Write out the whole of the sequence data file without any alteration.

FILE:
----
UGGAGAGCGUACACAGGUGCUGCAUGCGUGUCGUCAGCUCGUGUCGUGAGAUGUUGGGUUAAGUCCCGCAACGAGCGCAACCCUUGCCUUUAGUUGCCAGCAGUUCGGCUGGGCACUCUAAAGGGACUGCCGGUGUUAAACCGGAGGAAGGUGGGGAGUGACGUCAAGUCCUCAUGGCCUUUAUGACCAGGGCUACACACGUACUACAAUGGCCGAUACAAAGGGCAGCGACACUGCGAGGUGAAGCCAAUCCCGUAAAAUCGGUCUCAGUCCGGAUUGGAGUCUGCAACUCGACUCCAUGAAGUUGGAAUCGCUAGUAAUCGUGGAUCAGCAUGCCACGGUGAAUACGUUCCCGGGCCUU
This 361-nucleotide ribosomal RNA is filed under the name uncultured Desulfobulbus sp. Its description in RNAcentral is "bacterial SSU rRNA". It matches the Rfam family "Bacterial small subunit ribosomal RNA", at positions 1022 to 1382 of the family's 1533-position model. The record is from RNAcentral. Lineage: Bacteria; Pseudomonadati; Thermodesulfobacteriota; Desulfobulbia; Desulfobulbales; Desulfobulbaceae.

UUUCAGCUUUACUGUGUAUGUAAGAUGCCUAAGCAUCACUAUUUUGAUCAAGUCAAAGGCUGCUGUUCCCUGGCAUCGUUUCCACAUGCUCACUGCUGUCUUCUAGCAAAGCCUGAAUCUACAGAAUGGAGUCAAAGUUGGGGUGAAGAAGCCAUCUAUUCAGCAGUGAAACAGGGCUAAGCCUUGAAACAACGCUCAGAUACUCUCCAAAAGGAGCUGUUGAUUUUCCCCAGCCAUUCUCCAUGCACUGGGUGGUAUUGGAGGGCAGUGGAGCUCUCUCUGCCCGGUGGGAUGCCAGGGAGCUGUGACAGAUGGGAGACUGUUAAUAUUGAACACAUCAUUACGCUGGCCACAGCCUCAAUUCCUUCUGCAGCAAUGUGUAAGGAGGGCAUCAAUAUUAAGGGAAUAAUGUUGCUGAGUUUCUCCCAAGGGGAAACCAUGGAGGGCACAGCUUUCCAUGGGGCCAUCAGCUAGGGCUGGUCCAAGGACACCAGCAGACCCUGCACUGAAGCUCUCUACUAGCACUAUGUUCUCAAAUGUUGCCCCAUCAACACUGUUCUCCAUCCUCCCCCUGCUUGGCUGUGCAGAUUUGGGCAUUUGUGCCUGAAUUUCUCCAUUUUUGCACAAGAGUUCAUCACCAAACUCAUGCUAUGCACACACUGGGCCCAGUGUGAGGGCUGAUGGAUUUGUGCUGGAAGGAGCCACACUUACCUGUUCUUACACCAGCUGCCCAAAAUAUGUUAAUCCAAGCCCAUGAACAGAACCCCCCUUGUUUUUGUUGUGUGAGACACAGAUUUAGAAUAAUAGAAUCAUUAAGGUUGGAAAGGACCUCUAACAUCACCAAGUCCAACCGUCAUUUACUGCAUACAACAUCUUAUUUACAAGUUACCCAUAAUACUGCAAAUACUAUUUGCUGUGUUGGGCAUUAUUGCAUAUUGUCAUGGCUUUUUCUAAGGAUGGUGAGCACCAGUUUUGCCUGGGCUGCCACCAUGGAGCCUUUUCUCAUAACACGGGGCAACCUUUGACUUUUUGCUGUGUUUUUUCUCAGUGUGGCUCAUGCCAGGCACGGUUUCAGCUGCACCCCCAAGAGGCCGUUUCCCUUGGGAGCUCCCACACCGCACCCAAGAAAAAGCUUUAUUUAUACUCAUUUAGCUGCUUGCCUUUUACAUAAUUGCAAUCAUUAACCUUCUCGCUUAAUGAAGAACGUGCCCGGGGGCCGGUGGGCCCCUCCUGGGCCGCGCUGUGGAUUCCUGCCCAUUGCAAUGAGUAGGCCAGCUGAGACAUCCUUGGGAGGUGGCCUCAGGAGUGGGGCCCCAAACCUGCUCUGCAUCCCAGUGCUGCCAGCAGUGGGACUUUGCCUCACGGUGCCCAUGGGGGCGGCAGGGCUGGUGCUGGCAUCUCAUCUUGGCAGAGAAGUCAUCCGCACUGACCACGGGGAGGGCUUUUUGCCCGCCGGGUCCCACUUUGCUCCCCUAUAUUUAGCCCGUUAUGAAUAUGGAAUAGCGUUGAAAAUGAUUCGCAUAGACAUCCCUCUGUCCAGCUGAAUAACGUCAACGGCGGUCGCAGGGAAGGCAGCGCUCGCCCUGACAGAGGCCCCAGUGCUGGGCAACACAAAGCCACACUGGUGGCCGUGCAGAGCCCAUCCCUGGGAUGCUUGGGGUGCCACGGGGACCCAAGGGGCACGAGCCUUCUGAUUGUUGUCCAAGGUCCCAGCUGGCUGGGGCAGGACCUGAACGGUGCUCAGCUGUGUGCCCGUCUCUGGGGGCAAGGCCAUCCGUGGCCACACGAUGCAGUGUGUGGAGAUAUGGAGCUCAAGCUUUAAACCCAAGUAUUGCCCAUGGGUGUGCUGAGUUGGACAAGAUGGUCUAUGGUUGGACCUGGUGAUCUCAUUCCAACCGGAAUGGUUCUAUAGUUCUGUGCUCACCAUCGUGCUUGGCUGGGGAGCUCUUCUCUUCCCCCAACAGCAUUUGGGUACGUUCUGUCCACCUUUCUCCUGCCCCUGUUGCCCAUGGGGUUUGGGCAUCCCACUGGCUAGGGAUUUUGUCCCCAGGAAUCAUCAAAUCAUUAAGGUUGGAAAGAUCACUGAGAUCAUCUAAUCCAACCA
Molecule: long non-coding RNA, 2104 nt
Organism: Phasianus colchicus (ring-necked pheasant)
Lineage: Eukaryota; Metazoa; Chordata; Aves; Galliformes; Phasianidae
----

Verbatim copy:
UGGAGAGCGUACACAGGUGCUGCAUGCGUGUCGUCAGCUCGUGUCGUGAGAUGUUGGGUUAAGUCCCGCAACGAGCGCAACCCUUGCCUUUAGUUGCCAGCAGUUCGGCUGGGCACUCUAAAGGGACUGCCGGUGUUAAACCGGAGGAAGGUGGGGAGUGACGUCAAGUCCUCAUGGCCUUUAUGACCAGGGCUACACACGUACUACAAUGGCCGAUACAAAGGGCAGCGACACUGCGAGGUGAAGCCAAUCCCGUAAAAUCGGUCUCAGUCCGGAUUGGAGUCUGCAACUCGACUCCAUGAAGUUGGAAUCGCUAGUAAUCGUGGAUCAGCAUGCCACGGUGAAUACGUUCCCGGGCCUU
This 361-nucleotide ribosomal RNA is filed under the name uncultured Desulfobulbus sp. Its description in RNAcentral is "bacterial SSU rRNA". It matches the Rfam family "Bacterial small subunit ribosomal RNA", at positions 1022 to 1382 of the family's 1533-position model. The record is from RNAcentral. Lineage: Bacteria; Pseudomonadati; Thermodesulfobacteriota; Desulfobulbia; Desulfobulbales; Desulfobulbaceae.

UUUCAGCUUUACUGUGUAUGUAAGAUGCCUAAGCAUCACUAUUUUGAUCAAGUCAAAGGCUGCUGUUCCCUGGCAUCGUUUCCACAUGCUCACUGCUGUCUUCUAGCAAAGCCUGAAUCUACAGAAUGGAGUCAAAGUUGGGGUGAAGAAGCCAUCUAUUCAGCAGUGAAACAGGGCUAAGCCUUGAAACAACGCUCAGAUACUCUCCAAAAGGAGCUGUUGAUUUUCCCCAGCCAUUCUCCAUGCACUGGGUGGUAUUGGAGGGCAGUGGAGCUCUCUCUGCCCGGUGGGAUGCCAGGGAGCUGUGACAGAUGGGAGACUGUUAAUAUUGAACACAUCAUUACGCUGGCCACAGCCUCAAUUCCUUCUGCAGCAAUGUGUAAGGAGGGCAUCAAUAUUAAGGGAAUAAUGUUGCUGAGUUUCUCCCAAGGGGAAACCAUGGAGGGCACAGCUUUCCAUGGGGCCAUCAGCUAGGGCUGGUCCAAGGACACCAGCAGACCCUGCACUGAAGCUCUCUACUAGCACUAUGUUCUCAAAUGUUGCCCCAUCAACACUGUUCUCCAUCCUCCCCCUGCUUGGCUGUGCAGAUUUGGGCAUUUGUGCCUGAAUUUCUCCAUUUUUGCACAAGAGUUCAUCACCAAACUCAUGCUAUGCACACACUGGGCCCAGUGUGAGGGCUGAUGGAUUUGUGCUGGAAGGAGCCACACUUACCUGUUCUUACACCAGCUGCCCAAAAUAUGUUAAUCCAAGCCCAUGAACAGAACCCCCCUUGUUUUUGUUGUGUGAGACACAGAUUUAGAAUAAUAGAAUCAUUAAGGUUGGAAAGGACCUCUAACAUCACCAAGUCCAACCGUCAUUUACUGCAUACAACAUCUUAUUUACAAGUUACCCAUAAUACUGCAAAUACUAUUUGCUGUGUUGGGCAUUAUUGCAUAUUGUCAUGGCUUUUUCUAAGGAUGGUGAGCACCAGUUUUGCCUGGGCUGCCACCAUGGAGCCUUUUCUCAUAACACGGGGCAACCUUUGACUUUUUGCUGUGUUUUUUCUCAGUGUGGCUCAUGCCAGGCACGGUUUCAGCUGCACCCCCAAGAGGCCGUUUCCCUUGGGAGCUCCCACACCGCACCCAAGAAAAAGCUUUAUUUAUACUCAUUUAGCUGCUUGCCUUUUACAUAAUUGCAAUCAUUAACCUUCUCGCUUAAUGAAGAACGUGCCCGGGGGCCGGUGGGCCCCUCCUGGGCCGCGCUGUGGAUUCCUGCCCAUUGCAAUGAGUAGGCCAGCUGAGACAUCCUUGGGAGGUGGCCUCAGGAGUGGGGCCCCAAACCUGCUCUGCAUCCCAGUGCUGCCAGCAGUGGGACUUUGCCUCACGGUGCCCAUGGGGGCGGCAGGGCUGGUGCUGGCAUCUCAUCUUGGCAGAGAAGUCAUCCGCACUGACCACGGGGAGGGCUUUUUGCCCGCCGGGUCCCACUUUGCUCCCCUAUAUUUAGCCCGUUAUGAAUAUGGAAUAGCGUUGAAAAUGAUUCGCAUAGACAUCCCUCUGUCCAGCUGAAUAACGUCAACGGCGGUCGCAGGGAAGGCAGCGCUCGCCCUGACAGAGGCCCCAGUGCUGGGCAACACAAAGCCACACUGGUGGCCGUGCAGAGCCCAUCCCUGGGAUGCUUGGGGUGCCACGGGGACCCAAGGGGCACGAGCCUUCUGAUUGUUGUCCAAGGUCCCAGCUGGCUGGGGCAGGACCUGAACGGUGCUCAGCUGUGUGCCCGUCUCUGGGGGCAAGGCCAUCCGUGGCCACACGAUGCAGUGUGUGGAGAUAUGGAGCUCAAGCUUUAAACCCAAGUAUUGCCCAUGGGUGUGCUGAGUUGGACAAGAUGGUCUAUGGUUGGACCUGGUGAUCUCAUUCCAACCGGAAUGGUUCUAUAGUUCUGUGCUCACCAUCGUGCUUGGCUGGGGAGCUCUUCUCUUCCCCCAACAGCAUUUGGGUACGUUCUGUCCACCUUUCUCCUGCCCCUGUUGCCCAUGGGGUUUGGGCAUCCCACUGGCUAGGGAUUUUGUCCCCAGGAAUCAUCAAAUCAUUAAGGUUGGAAAGAUCACUGAGAUCAUCUAAUCCAACCA
Molecule: long non-coding RNA, 2104 nt
Organism: Phasianus colchicus (ring-necked pheasant)
Lineage: Eukaryota; Metazoa; Chordata; Aves; Galliformes; Phasianidae